Moving on, I should also mention the screen options for this ThinkPad. The base model gets a matte 1366 x 768 TN panel, but you also get a similar resolution IPS panel or a Full HD non-glare option, plus two Touch Versions for all these IPS models, if you’re interested in them.

Last but not least, the ThinkPad X240 packs Intel Haswell hardware, with Core i3/i5 or i7 ULV processors and optional vPro support, up to 8 GB of RAM and various types of storage drives (including mSATA modules support). And to make the bundle complete, you also get Wi-Fi AC, a fingerprint-reader and a 4G/LTE modem (again, as an option).

OK, all these being said, we should finally talk about the prices. However, given the multitude of options, I’ll tell you that the X240 starts at around $900 these days and if you want to create your own configuration, you can play with this tool on Lenovo’s website.

Dell Latitude E7240

This is Dell’s business 12 incher. Like the Lenovo above, it also packs a 12.5 inch screen and a rugged, heavily tested body, ready for a tough corporate life. It’s also available in a multitude of configurations, both when it comes to the screens (HD and FHD resolutions, matte or touch) and to the hardware options. And of course, the Latitude E7240 does pack the latest Intel Haswell platform, with up to Core i7 processors with vPro, up to 8 GB of RAM and 256 GB SSDs for storage.

The E7240 is also compact and thin, tipping the scales just under 3 pounds. And it bundles a fingerprint-reader, the optional 3G/4G modem and most of the needed ports on the sides (with some extras that are not available on the X240).

In other words, these two business laptops are fairly similar in many ways. Of course, they don’t look the same and pack slightly different and keyboards and trackpads. I for one do find the ThinkPad more appealing and the AccuType keyboard more comfortable to use, but you might see things different. On the other hand, I do appreciate the multitude of accessories available for this Latitude, including slice batteries and docking units, which can prove quite useful.

Bottom point, Dell put up a great 12 inch ultrabook with the Latitude E7240. However, it is significantly more expensive than the Thinkpad X240, starting at around $1150 for what Lenovo asks less than $900. And frankly, I don’t see why anyone would pay that much for this Latitude, when the X240 is just as good and much more affordable. So Dell, a word of advice: work on your pricings if you want our hard earned bucks with this little fellow.


Ok, that’s about it with my list of recommended 12 inch laptops, for now.

Like I already said, these days you don’t get as many laptops in this class as you used to, especially in the affordable sub 800 dollars price category. Most manufacturers migrated their cheap entries towards the smaller 11.6 inch class, while the premium 12 inchers got slightly bigger 12.5 inch screens, but do pack solid performances and sleek looks, alongside quite hefty price tags. And I believe that we’ll be seeing even less 12 inch mini laptops in the future.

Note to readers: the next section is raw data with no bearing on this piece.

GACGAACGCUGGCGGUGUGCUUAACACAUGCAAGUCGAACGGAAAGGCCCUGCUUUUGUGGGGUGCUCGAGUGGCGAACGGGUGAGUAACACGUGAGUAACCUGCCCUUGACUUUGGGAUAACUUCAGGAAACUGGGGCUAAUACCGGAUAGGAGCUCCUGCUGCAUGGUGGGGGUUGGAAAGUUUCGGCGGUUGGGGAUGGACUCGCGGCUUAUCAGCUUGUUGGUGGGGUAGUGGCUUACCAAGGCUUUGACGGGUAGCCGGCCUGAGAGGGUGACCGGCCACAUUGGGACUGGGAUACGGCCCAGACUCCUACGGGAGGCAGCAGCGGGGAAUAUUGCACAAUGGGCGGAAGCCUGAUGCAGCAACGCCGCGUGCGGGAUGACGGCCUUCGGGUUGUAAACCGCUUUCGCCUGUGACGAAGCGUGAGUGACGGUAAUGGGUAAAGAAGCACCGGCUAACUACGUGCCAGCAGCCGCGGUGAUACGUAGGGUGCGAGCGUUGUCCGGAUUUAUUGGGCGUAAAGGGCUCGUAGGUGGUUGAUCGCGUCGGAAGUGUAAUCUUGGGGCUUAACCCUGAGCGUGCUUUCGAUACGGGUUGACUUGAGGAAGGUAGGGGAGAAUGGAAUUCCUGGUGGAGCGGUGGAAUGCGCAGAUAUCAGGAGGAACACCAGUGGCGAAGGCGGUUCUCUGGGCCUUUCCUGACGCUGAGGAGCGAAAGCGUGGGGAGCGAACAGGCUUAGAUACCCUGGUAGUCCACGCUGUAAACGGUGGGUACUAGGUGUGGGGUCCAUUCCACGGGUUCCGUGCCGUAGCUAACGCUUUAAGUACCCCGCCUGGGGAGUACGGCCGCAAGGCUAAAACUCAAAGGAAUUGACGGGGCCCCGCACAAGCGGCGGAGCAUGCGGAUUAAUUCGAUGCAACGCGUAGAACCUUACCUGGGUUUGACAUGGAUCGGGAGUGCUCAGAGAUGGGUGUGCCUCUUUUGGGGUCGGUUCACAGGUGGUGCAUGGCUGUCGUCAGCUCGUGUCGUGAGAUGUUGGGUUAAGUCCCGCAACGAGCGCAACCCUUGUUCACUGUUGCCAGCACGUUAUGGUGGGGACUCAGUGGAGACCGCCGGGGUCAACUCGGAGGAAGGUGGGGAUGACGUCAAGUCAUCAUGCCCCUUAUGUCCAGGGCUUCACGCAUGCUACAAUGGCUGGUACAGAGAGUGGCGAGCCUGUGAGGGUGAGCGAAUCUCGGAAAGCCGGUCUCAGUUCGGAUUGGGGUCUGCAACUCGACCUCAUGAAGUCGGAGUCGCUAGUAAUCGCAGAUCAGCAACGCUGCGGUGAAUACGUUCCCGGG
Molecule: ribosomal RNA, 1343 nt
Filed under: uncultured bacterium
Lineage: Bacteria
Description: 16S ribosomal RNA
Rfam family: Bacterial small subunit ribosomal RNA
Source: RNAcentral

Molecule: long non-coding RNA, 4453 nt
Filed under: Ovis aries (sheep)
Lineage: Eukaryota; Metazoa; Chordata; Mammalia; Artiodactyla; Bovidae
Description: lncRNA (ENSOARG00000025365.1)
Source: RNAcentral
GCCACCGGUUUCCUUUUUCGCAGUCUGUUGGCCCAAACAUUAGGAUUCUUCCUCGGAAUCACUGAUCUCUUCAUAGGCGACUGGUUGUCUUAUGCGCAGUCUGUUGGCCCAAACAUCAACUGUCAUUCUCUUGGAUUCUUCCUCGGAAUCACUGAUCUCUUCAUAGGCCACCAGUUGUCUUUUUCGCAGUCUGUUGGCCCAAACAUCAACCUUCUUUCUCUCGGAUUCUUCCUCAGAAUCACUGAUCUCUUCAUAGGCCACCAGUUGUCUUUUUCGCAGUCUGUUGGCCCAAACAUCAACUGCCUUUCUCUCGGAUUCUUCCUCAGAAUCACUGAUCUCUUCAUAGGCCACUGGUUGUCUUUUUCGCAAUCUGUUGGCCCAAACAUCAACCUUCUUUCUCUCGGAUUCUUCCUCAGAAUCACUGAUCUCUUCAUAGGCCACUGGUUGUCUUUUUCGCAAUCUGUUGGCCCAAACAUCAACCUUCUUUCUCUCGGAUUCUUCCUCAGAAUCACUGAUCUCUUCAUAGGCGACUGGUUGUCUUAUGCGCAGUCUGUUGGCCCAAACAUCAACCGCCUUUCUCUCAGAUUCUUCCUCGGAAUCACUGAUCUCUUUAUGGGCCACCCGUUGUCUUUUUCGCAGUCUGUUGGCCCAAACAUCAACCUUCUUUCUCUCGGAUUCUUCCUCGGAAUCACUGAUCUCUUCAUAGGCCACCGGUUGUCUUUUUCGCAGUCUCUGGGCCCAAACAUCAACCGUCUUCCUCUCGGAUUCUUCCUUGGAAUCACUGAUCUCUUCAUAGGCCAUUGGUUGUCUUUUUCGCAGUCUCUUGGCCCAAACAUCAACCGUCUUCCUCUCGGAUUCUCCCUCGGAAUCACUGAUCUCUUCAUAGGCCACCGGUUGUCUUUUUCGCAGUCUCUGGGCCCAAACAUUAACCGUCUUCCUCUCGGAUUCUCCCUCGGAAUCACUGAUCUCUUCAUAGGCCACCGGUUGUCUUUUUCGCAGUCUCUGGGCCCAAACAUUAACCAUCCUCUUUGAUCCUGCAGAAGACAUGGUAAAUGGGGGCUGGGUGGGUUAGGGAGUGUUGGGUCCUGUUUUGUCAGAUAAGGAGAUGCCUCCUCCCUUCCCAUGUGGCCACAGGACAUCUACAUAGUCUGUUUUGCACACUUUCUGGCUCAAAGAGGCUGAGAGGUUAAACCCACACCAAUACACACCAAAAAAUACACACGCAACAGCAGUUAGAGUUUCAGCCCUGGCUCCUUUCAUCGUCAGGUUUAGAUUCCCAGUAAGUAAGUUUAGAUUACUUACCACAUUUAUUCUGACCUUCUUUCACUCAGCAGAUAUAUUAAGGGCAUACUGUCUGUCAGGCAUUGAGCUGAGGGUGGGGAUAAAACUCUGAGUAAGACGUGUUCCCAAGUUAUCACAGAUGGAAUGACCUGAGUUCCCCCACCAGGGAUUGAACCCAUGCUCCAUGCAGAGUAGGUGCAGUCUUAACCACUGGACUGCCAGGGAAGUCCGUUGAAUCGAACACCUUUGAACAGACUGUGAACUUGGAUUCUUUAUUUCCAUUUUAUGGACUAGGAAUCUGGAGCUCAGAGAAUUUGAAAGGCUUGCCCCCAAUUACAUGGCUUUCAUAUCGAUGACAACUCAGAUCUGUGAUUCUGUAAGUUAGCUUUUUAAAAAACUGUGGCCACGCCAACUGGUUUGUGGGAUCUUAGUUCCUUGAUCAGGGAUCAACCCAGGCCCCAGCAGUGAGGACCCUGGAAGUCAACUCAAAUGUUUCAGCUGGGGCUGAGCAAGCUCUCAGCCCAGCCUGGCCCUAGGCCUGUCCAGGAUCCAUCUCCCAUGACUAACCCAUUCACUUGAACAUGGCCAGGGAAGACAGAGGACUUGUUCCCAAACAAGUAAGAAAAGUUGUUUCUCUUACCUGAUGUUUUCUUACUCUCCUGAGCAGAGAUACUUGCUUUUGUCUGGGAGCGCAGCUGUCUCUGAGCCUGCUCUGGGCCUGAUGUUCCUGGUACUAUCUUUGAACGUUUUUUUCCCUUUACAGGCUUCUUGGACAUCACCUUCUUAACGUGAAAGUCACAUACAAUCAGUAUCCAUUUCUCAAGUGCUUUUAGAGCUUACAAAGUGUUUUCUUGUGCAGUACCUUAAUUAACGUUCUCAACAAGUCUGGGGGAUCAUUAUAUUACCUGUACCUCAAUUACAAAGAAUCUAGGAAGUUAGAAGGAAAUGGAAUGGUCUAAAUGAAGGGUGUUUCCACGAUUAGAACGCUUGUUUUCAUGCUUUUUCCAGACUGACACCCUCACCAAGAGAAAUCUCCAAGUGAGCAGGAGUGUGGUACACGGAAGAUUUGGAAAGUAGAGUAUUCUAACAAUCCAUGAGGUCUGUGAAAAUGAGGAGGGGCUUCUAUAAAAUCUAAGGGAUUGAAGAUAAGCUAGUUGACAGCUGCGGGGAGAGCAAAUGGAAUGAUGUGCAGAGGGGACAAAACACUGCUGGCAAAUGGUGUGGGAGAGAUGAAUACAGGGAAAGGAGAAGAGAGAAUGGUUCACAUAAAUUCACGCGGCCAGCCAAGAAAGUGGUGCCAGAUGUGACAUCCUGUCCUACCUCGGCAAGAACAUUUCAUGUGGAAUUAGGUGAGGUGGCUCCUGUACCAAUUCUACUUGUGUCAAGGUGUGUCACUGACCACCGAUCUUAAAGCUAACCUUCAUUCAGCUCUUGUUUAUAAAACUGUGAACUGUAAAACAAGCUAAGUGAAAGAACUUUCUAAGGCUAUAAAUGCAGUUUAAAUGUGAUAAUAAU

In the end, if you’re looking for more affordable mini laptops, i would also suggest taking a look at the list of recommended 11.6 inch devices. And if you’re just after a compact and portable laptop, you might also want to check out my list of the best ultrabooks you can buy these days.

As for this post, I’m going to be constantly update it each couple of weeks, so be sure to check it out periodically for changes.  Also, feel free to add your comments, remarks and questions below and I’ll be around to reply.

About The Author

Andrei Girbea, aka "Mike", Editor-in-Chief at I absolutely hate carrying around heavy stuff, that's why I'm fond of mini-laptops and portable computers. I'm primarily using such devices and have been testing them for many years now. Get in touch in the comments section below.


  1. Ahmad February 1, 2011 at 2:29 pm

    Hey Mike. Is the Asus VX6 a worthy upgrade over the 1215N? I am looking to buy something by the end of April. Do you think anything will change by then?

    • Mike February 1, 2011 at 4:32 pm

      It’s the same in terms of hardware. Only a few things differ so i would say no, but hey, if you got the money and want the fancy stuff, why not

  2. Ahmad February 1, 2011 at 5:24 pm

    Thanks Mike. Quick follow up. Are we looking at something new and exciting come May?

    • Mike February 1, 2011 at 6:06 pm

      Yea, we should see new devices with AMD inside starting from March. Stay tuned for updates

  3. jigsaw February 9, 2011 at 9:23 pm

    There are some fascinating time limits on this article but I don’t know if I see all of them heart to heart. There may be some validity but I will take maintain opinion until I look into it further. Good article , thanks and we want extra! Added to FeedBurner as effectively

  4. Suz February 20, 2011 at 10:22 pm

    Hey Mike. I’m also thinking about buying the asus vx6. But it would be awful if a few months later was released a 12 inch netbook with i3 processor and nvidia grafics in the same pricerange. Should I wait? Will Asus launch a 12 incher with the above specs soon?

    Keep up the great work.


    • Mike February 21, 2011 at 1:18 am

      I wish I’d know Suz. No rumors about such a 12 incher yet. There’s the Ul20FT already on the market with Core I3/I5 processors but without the graphics, so it really depends if you plan on playing games or not…